SKYFALL review by ShadyGinzo
Spoiler free review of Daniel Craig's third turn as the UK's number 1 export.
Skyfall opened in the UK yesterday, and following rave reviews, many flocked to packed out screenings up and down the country to see a film heralded by many as the "perfect" Bond movie.
As the 23rd instalment of a franchise which celebrates its 50th anniversary, the producers were dealt an almost perfect hand after this year's Olympics saw the eyes of the world turned to London this summer. And they play this hand masterfully making the English capital the central location for the film, Exploiting its iconic skyline, it's famous underground network and everything in between to create a living, breathing London which despite being the focus of a good half of the films 2 hour and 20 minute runtime does not detract from the exotic feel we expect from a bond experience. When Bond heads from Old Blighty to China the film becomes yet more beautiful with Mendes using both locations to further the plot rather than appearing to indulge obligatory globetrotting. All the locations of the film serve the plot while evoking a long lost spirit of adventure, as we travel from point to point we find ourselves closer to the fabled perfect Bond.
It's worth noting here the unavoidable debate, the battle of the Bonds. Craig entered the Bond universe in 2006 in the thoroughly remarkable Casino Royale, which redefined the Bond franchise as a modern, relevant action series and which ruthlessly weeded any hallmarks one could have described as twee or superfluous. Like an overzealous new executive making his mark on a newly acquired business concern, Q was retired, Moneypenny was Redundant, and even the gun barrel got fired. The result was a film which inspired more interest than any before it, not to mention financial return. It also marked the beginning of what could be argued as the most faithful adaptation of Fleming's source material, frequently straying from the words on the page but never far from the character at its core. Craig played a brutal killer, a remorseless womaniser, he played Bond and did so without the throw away one liners which have historically rendered his indiscretions the trait of a lovable rogue. James Bond was finally a callous Bastard and Casino Royale showed us why. It was a ground up reboot of the series which has subsequently become its own series many have come to accept as quite independent of its predecessors. So it seems strange to see old familiar elements creep back into the series, be it a heavily overhauled Q branch or an infuriatingly on/off relationship with gadgets. In one film we hear Q describe explosive pens as something "we don't really go into anymore" only to then have Bond fend off assailants with machine guns mounted behind the headlights of his DB5. This is one example of how Skyfall can never quite seem to decide between reinvention bond's future or reverence to its past, and the result is an awkward and sometimes contradictory compromise.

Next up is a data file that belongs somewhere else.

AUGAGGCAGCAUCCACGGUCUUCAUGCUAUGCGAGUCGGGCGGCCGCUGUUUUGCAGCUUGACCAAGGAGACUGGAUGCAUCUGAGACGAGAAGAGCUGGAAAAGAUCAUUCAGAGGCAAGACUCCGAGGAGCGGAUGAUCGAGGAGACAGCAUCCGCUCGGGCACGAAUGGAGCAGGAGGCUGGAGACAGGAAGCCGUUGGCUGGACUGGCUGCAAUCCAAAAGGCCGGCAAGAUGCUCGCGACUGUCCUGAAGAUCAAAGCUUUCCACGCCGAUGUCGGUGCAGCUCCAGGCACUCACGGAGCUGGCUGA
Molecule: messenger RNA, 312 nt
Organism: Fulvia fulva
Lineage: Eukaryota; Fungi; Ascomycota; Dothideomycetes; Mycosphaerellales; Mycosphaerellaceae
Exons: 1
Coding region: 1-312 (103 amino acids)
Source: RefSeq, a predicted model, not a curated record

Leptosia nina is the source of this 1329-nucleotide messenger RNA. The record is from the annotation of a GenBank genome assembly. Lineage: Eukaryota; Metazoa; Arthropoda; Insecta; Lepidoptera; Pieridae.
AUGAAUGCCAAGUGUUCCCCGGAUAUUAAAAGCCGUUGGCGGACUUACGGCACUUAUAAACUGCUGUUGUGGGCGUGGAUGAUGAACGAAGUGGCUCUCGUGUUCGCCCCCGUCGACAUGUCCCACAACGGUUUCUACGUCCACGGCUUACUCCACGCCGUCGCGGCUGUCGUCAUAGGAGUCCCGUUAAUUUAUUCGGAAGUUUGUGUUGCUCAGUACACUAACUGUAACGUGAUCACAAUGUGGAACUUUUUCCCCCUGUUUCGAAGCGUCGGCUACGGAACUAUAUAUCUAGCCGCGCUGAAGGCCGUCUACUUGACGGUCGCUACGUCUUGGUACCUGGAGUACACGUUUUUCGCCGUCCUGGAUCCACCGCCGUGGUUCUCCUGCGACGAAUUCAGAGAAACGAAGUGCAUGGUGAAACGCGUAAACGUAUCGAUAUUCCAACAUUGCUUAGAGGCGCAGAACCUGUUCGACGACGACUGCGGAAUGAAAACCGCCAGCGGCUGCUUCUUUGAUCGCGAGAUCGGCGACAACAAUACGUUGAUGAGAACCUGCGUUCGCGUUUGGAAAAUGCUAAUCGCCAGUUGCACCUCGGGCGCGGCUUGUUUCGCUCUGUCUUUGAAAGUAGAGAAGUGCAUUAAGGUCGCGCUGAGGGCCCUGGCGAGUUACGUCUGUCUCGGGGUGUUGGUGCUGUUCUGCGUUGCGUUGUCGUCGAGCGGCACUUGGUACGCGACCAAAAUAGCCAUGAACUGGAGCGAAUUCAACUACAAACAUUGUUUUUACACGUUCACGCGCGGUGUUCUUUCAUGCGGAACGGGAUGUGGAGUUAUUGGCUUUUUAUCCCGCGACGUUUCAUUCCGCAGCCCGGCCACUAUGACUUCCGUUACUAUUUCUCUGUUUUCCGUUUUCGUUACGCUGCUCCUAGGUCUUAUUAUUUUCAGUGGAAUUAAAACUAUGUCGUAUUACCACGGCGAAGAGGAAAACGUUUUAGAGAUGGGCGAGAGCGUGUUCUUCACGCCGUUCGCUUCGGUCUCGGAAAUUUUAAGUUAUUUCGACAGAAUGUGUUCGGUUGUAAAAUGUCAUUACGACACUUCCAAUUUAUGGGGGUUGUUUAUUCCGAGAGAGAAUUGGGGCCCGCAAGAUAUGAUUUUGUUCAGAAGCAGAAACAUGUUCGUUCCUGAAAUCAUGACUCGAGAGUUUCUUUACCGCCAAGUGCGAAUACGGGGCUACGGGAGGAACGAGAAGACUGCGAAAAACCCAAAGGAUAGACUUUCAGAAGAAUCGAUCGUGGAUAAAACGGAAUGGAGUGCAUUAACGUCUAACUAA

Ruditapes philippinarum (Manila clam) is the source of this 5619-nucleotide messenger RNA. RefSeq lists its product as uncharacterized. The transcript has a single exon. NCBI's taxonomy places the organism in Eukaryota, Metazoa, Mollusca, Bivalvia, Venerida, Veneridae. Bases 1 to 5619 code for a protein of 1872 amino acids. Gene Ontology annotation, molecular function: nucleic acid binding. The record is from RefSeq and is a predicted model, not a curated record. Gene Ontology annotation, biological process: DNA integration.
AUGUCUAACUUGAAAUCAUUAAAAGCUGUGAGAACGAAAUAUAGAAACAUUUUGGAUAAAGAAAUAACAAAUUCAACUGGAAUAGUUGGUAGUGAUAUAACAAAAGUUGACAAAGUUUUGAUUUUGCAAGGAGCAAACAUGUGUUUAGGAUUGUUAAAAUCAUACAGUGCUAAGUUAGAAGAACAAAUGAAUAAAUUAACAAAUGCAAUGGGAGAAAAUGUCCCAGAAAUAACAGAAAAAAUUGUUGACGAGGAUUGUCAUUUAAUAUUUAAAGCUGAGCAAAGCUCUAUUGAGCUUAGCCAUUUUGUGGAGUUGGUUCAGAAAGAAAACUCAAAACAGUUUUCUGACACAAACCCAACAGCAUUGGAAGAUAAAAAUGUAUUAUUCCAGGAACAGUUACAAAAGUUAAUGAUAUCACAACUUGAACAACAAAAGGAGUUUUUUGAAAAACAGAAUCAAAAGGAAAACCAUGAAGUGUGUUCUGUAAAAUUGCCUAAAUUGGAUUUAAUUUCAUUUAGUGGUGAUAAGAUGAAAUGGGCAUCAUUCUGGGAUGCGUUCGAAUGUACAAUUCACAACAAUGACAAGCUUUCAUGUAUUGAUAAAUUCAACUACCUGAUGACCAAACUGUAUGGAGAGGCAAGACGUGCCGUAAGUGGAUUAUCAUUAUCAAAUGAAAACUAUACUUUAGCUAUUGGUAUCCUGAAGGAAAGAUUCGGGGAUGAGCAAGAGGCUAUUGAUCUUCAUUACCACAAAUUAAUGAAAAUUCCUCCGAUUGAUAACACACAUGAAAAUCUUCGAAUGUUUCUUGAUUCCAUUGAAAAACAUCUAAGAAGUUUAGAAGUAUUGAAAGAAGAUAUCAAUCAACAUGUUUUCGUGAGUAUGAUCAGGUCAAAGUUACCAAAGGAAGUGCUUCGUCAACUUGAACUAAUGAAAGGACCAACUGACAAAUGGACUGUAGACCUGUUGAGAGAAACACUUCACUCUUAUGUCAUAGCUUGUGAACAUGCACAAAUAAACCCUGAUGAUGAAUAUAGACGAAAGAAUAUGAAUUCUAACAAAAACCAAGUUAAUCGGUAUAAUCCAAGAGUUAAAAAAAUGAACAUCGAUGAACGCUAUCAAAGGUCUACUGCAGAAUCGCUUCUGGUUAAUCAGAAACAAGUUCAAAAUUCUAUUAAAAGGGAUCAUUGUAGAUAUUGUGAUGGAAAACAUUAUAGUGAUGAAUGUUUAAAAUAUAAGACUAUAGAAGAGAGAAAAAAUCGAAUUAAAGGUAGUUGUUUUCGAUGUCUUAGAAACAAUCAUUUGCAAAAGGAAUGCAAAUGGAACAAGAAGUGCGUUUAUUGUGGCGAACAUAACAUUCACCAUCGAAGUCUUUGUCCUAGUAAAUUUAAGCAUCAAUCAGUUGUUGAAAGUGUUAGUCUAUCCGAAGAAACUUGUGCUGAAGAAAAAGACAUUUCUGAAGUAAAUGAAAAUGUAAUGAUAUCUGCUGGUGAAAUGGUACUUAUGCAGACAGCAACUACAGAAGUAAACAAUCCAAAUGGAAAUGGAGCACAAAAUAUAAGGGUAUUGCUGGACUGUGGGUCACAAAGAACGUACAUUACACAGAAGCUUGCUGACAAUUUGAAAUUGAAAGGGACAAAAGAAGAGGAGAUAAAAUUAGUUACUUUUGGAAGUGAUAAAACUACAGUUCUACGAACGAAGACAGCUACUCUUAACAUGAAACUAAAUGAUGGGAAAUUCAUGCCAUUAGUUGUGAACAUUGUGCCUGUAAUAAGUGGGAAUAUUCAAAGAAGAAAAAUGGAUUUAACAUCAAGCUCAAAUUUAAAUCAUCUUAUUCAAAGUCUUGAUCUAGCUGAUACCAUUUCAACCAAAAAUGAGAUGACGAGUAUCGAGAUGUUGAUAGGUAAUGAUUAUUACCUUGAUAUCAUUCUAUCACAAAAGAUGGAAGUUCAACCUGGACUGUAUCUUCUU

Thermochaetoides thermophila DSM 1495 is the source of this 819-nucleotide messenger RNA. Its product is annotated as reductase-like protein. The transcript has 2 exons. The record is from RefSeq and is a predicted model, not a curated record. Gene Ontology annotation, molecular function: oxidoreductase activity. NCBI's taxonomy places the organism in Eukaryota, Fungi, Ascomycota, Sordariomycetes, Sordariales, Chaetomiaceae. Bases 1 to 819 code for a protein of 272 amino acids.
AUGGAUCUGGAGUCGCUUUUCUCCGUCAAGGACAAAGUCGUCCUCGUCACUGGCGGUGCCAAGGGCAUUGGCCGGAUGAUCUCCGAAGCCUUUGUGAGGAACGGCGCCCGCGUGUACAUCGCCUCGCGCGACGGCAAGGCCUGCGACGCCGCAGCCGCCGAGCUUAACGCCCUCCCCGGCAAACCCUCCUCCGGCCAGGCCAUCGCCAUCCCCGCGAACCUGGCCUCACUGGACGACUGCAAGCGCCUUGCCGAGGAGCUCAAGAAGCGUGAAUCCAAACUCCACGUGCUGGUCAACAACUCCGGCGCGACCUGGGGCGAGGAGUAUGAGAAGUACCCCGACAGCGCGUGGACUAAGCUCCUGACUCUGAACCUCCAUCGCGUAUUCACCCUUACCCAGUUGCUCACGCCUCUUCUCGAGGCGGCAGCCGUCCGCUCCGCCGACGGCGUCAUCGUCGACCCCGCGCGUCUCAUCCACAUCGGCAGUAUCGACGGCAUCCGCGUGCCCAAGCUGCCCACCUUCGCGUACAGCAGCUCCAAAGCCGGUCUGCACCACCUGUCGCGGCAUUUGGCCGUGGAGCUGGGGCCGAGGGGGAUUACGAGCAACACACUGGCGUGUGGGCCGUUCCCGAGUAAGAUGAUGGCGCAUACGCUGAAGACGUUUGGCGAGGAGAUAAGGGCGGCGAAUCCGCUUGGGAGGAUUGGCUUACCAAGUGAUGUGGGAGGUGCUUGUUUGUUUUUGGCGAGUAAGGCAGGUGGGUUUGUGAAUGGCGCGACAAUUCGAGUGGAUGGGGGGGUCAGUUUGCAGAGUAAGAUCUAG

As a newcomer to the series Sam Mendes seems to have approached the film primarily as a fan and masterful story teller. The American Beauty director cuts his teeth on the action genre with great success here. As much as it's been said, I'm forced to repeat just how spectacular his action scenes are, not once feeling forced and never for a second dull. The film opens with an ingenious, if a little too subtle, nod to the traditional gun barrel then we get straight into a brilliant chase sequence involving Cars, Bikes, Trains and a Bulldozer we have a sense of one of the best Bond films in recent memory before the title sequence even rolls. and the action doesn't dip in quality for one moment after that, My particular highlight was a fist fight between Bond and a master assassin beautifully shot as the two men's silhouettes fight to the death in a brutal and protracted "one shot" - a simple and effective tribute to the two actor's athleticism and energy.